Do sociopaths have a need to brag

Origin and typical course

Personality traits as a disruptive burden (page 2/16)

A typical characteristic of personality disorders is that they start in childhood or adolescence and then persist. Therefore, as with many other mental disorders, there are no phases in which the disorder is more pronounced, less pronounced or disappears completely. However, it often happens that a personality disorder becomes less severe with age.

The vulnerability-stress model

A so-called vulnerability-stress model is usually used to explain the development of personality disorders. It assumes that the disorder is caused by the interplay of biological or genetic factors, psychological properties and unfavorable environmental conditions.

For example, some people could have an increased biological vulnerability (vulnerability) to develop a personality disorder. It is assumed that genetic characteristics make them more vulnerable than others to reacting particularly sensitively, to be impulsive, to experience strong emotional fluctuations or to develop strongly pronounced, inflexible behavioral patterns. Unfavorable influences before, during or shortly after the birth could also contribute to the development of noticeable personality traits.

If there is also strong psychological stress in childhood and adolescence, this can promote the development of a personality disorder. These include, for example, poor parenting behavior, traumatic experiences such as sexual abuse or mistreatment, or a mental illness in the father or mother. These negative experiences can lead to certain behaviors that develop into a typical personality pattern over time. This pattern can be strengthened in phases if interpersonal conflicts persist over a long period of time. On the other hand, positive conditions, such as understanding and support from others, can counteract the development of unfavorable behavior patterns.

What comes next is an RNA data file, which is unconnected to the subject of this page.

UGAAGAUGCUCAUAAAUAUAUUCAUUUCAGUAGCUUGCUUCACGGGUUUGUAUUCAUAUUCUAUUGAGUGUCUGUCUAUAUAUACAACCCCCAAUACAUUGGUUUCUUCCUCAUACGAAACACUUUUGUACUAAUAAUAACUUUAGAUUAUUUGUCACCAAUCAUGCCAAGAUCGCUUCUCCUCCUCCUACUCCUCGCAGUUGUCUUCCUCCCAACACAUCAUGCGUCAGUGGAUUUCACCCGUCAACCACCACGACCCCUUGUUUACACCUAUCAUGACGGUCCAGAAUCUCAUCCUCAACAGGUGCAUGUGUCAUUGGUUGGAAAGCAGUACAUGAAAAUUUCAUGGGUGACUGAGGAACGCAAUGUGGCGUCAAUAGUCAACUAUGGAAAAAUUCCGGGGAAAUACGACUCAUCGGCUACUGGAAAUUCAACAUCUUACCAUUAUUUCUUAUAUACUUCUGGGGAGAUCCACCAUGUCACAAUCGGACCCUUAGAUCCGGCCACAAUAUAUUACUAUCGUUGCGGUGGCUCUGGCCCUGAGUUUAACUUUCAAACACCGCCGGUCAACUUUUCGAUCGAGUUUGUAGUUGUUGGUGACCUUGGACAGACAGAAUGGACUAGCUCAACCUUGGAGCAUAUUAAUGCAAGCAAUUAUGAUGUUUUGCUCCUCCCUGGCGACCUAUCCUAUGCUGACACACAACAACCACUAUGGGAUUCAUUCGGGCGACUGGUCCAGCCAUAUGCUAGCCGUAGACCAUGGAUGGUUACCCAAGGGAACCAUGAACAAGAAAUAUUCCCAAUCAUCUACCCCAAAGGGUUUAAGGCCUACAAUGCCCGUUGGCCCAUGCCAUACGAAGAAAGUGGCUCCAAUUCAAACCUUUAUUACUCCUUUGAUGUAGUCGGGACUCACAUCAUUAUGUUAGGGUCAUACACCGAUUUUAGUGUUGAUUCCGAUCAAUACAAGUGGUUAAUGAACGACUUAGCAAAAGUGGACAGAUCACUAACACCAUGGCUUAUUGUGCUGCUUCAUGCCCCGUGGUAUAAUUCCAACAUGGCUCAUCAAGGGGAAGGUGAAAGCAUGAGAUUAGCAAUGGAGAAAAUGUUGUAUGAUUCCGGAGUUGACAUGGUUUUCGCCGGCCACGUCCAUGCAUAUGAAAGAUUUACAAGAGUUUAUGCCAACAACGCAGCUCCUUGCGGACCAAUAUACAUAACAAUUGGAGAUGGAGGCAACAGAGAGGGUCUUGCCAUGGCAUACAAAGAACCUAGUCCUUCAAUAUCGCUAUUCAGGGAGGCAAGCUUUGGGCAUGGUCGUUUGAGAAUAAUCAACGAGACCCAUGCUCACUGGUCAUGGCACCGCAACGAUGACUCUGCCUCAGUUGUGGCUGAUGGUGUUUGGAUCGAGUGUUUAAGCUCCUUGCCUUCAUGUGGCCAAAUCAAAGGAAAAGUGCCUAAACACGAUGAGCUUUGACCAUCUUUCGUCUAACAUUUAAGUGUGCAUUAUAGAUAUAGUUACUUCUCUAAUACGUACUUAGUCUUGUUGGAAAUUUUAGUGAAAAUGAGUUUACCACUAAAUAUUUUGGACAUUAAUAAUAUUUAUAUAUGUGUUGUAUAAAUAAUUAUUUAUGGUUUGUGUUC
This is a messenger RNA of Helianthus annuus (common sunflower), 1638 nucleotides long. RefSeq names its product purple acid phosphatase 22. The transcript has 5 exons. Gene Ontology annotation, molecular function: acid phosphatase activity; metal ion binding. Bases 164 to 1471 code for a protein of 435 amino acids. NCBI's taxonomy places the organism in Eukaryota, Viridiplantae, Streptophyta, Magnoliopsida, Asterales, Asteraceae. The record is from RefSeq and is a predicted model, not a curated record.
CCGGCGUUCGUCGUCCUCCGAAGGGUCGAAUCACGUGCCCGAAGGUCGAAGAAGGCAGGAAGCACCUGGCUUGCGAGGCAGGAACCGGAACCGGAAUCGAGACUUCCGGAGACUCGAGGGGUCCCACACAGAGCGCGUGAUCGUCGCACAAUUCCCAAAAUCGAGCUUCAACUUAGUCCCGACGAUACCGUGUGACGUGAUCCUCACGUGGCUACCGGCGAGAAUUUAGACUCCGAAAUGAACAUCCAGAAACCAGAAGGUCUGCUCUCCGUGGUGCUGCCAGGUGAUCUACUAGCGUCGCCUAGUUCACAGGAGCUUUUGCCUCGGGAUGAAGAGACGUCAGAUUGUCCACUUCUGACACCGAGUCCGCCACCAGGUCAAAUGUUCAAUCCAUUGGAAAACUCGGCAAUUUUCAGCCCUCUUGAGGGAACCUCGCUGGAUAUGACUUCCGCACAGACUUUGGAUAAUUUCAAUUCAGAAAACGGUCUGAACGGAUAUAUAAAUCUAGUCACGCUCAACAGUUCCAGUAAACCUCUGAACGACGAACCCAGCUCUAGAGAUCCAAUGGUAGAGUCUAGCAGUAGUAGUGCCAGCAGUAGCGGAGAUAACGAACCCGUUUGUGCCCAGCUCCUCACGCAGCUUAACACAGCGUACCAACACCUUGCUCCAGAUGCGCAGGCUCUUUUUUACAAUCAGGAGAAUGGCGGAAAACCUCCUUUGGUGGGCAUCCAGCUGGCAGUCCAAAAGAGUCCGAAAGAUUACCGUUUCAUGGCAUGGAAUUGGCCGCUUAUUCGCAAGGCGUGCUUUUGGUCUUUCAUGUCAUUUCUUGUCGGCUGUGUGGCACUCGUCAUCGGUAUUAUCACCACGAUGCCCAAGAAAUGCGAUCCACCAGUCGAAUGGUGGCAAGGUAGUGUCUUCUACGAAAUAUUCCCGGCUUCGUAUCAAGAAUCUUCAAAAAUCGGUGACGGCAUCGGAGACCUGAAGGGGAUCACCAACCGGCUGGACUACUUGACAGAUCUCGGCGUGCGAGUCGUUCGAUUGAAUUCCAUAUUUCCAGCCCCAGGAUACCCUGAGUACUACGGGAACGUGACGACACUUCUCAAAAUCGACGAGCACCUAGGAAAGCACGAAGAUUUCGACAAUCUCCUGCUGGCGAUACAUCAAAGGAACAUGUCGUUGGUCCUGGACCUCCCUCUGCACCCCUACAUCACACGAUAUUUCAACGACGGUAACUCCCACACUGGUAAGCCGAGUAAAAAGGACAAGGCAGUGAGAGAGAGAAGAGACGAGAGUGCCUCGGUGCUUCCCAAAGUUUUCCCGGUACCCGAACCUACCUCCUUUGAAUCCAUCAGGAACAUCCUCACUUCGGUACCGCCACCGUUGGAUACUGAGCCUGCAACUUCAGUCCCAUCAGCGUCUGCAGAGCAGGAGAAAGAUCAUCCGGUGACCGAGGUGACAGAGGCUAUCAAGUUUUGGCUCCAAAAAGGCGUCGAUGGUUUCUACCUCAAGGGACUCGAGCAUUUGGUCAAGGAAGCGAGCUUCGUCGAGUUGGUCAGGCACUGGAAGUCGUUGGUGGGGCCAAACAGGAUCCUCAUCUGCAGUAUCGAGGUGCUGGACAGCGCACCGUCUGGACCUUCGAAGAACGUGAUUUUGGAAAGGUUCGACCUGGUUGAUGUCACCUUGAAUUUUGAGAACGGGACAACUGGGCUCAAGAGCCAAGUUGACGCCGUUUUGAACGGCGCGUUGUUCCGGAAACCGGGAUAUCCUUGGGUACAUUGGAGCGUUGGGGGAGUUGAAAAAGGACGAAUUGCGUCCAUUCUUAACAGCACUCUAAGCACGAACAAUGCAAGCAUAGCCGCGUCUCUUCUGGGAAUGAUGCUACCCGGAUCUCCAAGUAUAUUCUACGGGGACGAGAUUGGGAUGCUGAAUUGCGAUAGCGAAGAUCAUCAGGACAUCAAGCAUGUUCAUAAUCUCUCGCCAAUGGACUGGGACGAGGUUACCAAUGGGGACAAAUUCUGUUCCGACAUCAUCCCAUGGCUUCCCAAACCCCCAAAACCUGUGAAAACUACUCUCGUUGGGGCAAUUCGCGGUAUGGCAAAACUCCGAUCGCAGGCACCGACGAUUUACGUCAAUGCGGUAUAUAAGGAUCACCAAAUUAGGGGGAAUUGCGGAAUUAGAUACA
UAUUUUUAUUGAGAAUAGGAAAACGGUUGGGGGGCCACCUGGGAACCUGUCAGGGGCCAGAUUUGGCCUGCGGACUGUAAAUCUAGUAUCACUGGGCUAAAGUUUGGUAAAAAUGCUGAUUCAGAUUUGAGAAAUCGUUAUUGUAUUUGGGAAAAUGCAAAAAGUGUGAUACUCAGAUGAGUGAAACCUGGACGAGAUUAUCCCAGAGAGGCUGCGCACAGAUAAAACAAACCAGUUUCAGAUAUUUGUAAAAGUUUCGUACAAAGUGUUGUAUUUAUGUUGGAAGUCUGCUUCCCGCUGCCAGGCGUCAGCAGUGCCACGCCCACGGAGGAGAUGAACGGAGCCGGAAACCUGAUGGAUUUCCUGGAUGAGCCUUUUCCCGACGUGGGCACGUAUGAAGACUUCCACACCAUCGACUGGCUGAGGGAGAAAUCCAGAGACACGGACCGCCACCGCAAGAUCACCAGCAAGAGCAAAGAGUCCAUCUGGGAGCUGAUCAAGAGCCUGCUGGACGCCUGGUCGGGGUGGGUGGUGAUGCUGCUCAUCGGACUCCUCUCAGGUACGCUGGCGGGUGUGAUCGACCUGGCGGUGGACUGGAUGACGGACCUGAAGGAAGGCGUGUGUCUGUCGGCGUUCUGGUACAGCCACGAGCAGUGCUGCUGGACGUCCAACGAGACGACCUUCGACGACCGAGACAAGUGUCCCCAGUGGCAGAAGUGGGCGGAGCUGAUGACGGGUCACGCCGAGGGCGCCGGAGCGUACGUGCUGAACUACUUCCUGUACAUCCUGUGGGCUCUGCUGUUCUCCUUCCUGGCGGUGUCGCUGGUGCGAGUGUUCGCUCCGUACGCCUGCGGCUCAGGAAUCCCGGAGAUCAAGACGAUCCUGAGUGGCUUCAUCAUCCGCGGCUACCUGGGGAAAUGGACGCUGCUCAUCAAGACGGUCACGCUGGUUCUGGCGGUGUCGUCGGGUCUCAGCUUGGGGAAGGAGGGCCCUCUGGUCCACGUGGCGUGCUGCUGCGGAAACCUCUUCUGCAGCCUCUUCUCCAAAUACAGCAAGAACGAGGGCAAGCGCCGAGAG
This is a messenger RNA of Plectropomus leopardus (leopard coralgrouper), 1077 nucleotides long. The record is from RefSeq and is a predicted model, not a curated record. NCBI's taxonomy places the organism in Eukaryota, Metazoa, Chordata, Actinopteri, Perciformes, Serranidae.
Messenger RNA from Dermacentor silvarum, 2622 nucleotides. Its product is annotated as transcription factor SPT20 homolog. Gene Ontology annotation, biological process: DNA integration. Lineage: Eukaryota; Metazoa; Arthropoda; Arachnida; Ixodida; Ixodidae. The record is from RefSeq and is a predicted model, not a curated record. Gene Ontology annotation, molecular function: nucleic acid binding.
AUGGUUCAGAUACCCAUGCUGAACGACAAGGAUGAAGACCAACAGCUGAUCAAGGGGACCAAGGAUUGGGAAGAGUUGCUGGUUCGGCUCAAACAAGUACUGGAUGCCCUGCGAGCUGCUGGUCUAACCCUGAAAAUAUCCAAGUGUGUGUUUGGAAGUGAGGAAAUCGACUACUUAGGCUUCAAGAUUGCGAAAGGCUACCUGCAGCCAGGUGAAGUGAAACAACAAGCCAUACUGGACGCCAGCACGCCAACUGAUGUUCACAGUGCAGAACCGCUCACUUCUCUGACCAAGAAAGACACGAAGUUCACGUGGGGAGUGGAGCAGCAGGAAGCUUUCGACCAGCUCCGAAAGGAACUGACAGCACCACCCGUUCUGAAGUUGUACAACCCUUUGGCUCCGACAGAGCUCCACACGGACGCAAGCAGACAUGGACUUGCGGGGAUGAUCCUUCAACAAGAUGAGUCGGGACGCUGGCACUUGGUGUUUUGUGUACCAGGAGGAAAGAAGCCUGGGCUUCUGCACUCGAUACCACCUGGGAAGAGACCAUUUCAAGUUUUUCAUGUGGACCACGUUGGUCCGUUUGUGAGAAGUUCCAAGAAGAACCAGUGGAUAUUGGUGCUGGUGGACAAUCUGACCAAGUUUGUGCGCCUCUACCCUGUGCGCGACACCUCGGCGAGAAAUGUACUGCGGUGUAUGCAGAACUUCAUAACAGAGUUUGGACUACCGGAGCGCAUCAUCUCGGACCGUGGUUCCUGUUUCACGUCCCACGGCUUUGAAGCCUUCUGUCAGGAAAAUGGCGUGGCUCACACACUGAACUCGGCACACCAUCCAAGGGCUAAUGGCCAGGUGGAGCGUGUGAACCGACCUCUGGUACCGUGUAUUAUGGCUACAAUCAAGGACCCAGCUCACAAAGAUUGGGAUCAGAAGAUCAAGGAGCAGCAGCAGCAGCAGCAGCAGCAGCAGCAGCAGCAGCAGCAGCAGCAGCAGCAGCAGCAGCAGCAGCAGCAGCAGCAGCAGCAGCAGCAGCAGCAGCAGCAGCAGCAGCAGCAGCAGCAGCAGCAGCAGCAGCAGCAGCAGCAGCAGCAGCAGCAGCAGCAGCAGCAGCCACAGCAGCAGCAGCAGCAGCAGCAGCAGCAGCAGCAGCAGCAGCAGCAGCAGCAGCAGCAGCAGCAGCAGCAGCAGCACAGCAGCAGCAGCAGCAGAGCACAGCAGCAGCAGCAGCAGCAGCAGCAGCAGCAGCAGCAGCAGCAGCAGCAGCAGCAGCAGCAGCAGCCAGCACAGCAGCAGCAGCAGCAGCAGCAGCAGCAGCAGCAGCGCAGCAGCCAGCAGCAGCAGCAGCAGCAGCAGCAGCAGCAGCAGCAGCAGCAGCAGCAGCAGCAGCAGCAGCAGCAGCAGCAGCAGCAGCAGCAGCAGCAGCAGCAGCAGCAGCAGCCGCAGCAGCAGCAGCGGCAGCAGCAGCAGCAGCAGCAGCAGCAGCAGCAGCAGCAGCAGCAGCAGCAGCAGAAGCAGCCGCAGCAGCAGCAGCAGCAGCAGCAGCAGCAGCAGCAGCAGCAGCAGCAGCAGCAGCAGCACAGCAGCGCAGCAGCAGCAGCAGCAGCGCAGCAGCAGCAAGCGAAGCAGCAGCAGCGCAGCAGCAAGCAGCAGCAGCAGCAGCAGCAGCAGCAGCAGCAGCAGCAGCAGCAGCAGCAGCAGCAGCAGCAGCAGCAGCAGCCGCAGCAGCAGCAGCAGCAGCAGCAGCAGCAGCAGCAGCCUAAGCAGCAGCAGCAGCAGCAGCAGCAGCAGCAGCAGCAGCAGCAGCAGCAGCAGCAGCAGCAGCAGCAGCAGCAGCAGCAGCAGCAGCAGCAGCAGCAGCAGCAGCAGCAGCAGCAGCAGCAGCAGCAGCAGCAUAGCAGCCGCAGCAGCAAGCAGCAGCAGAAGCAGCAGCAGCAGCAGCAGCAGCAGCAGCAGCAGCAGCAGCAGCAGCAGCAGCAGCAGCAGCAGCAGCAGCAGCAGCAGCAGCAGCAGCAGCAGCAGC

In this model, the typical personality patterns can also be understood as psychological competencies that those affected use to protect themselves from psychological stress - which, however, have unfavorable effects in the long term. The emotionally changeable, impulsive behavior of a borderline personality disorder can be understood as an attempt to get attention and support from others.

From the perspective of learning psychology, the conspicuous behavior patterns occur more frequently when they are “rewarded” in the short term - when someone actually receives attention and care. In the long term, however, this leads to a vicious circle: Typical behavior - for example abrupt outbursts of emotion, less empathic behavior or aggressive reactions - meets with rejection, criticism or even hostility in other people. As a result, interpersonal tensions and misunderstandings increase over time.

The model of double action regulation (after Sachse)

The psychotherapist Rainer Sachse has developed a model that should explain how personality disorders arise and how they are perpetuated. From this “model of double action regulation”, Sachse derives therapeutic strategies for the individual personality disorders (clarification-oriented psychotherapy).